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IRIN PlusNews HIV/AIDS News and information service | Southern Africa | SWAZILAND: Young heroes website appeals for help for AIDS orphans | Children | News Items
Wednesday 1 March 2006
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SWAZILAND: Young heroes website appeals for help for AIDS orphans

[This report does not necessarily reflect the views of the United Nations]

©  James Hall/UNICEF

Sihle, an AIDS orphan

MBABANE, 14 February (PLUSNEWS) - The web page is as brightly coloured as a primary school text book, but the images conjure the anxiety of abandonment and uncertainty that any child would feel at the loss of their parents.

"Imagine that you're 12 years old. Your father died five years ago. Two years ago, your mother got sick. You left school to help tend to her, and to care for your little brothers and sisters. You've tried to grow corn on your family land, but there's a drought and you haven't learned enough yet to be a good farmer. Now, your mother has died, too. In the midst of your grief and your fear for the future, questions keep you awake at night: What will happen to us now? How will we live?"

With this introduction, aimed at young people in the developed world, the first internet-based intervention highlighting Swaziland's humanitarian crisis went online this week.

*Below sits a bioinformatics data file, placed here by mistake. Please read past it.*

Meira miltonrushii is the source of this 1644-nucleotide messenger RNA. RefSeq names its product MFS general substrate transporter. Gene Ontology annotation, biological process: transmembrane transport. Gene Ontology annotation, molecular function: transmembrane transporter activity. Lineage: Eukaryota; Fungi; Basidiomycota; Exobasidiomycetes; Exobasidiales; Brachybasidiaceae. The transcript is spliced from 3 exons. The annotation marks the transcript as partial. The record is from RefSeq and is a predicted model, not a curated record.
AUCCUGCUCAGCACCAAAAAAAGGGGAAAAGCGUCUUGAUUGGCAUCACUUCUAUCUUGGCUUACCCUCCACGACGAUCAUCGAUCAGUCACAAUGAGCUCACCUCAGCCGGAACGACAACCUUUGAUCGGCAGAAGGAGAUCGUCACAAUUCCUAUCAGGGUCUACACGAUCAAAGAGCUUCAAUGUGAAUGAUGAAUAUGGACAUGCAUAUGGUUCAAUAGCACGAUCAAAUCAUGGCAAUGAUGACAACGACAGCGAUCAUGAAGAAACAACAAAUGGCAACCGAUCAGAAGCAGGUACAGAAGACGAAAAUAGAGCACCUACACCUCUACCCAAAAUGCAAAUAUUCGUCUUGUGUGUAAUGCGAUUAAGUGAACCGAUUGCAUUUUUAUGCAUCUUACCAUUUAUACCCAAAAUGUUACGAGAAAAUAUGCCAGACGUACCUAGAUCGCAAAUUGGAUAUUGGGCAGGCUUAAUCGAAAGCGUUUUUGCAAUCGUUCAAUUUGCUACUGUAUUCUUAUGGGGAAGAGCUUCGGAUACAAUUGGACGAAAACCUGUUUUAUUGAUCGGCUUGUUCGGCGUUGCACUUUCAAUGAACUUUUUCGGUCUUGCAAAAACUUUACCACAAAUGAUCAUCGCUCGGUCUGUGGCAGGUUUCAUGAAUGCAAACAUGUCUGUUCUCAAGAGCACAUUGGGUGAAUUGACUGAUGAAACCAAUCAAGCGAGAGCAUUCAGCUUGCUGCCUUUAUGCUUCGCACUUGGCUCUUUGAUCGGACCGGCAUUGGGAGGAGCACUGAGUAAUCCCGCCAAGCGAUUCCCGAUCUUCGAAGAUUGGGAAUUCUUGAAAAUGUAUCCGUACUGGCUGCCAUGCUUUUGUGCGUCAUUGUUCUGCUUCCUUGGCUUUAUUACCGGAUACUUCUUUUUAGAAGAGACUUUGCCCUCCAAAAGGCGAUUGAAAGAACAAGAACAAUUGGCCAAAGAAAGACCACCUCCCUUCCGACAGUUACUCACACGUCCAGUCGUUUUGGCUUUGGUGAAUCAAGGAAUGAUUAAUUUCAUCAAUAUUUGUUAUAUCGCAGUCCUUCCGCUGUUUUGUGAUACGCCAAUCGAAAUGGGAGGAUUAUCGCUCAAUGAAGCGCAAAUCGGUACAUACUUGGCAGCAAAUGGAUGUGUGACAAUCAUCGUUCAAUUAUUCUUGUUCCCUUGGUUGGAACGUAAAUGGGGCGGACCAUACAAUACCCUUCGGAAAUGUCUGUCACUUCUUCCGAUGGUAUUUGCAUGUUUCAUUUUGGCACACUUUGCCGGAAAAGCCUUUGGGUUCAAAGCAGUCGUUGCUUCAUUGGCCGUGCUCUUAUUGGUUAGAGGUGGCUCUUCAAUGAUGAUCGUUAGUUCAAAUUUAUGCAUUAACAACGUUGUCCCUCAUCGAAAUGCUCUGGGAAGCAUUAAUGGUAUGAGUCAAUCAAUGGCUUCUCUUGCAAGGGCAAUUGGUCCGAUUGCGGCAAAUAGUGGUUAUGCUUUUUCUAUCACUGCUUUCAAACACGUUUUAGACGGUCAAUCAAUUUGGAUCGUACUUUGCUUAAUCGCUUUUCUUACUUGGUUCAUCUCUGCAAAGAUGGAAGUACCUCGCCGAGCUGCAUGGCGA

'Young Heroes', [www.youngheroes.org.sz], an initiative by the National Emergency Council on HIV/AIDS (NERCHA), seeks to inspire teenagers in the affluent West to sponsor orphans in a nation where two-thirds of the population lives in chronic poverty.

"The Young Heroes objective is to motivate young people overseas, both as individuals and in groups like schools and churches, to help orphan families through monthly donations for basic necessities such as food and clothing," said Nana Mdluli, NERCHA's public relations officer.

"Unlike other programmes aimed at orphans, our goal is to offer sponsors the opportunity to keep families together on their homesteads and in their communities. So, instead of supporting one individual child, a contribution goes towards helping an entire family meet its basic needs."

NERCHA, which distributes monies from government, the private sector and the Geneva-based Global Fund to Fight AIDS, Tuberculosis and Malaria, is using cyberspace to draw attention to a tragic consequence of Swaziland's AIDS dilemma. With over 40 percent of adults HIV-positive, an upsurge in deaths from AIDS-related illnesses is expanding the population of orphans beyond the coping capacity of the country's traditional family structures.

"Swaziland now has nearly 70,000 AIDS orphans, who struggle every day for the bare necessities of life. The number of these young heroes is growing daily. Already, over 15,000 households in the country are headed by children, who are trying to raise their little brothers and sisters by themselves," the website notes.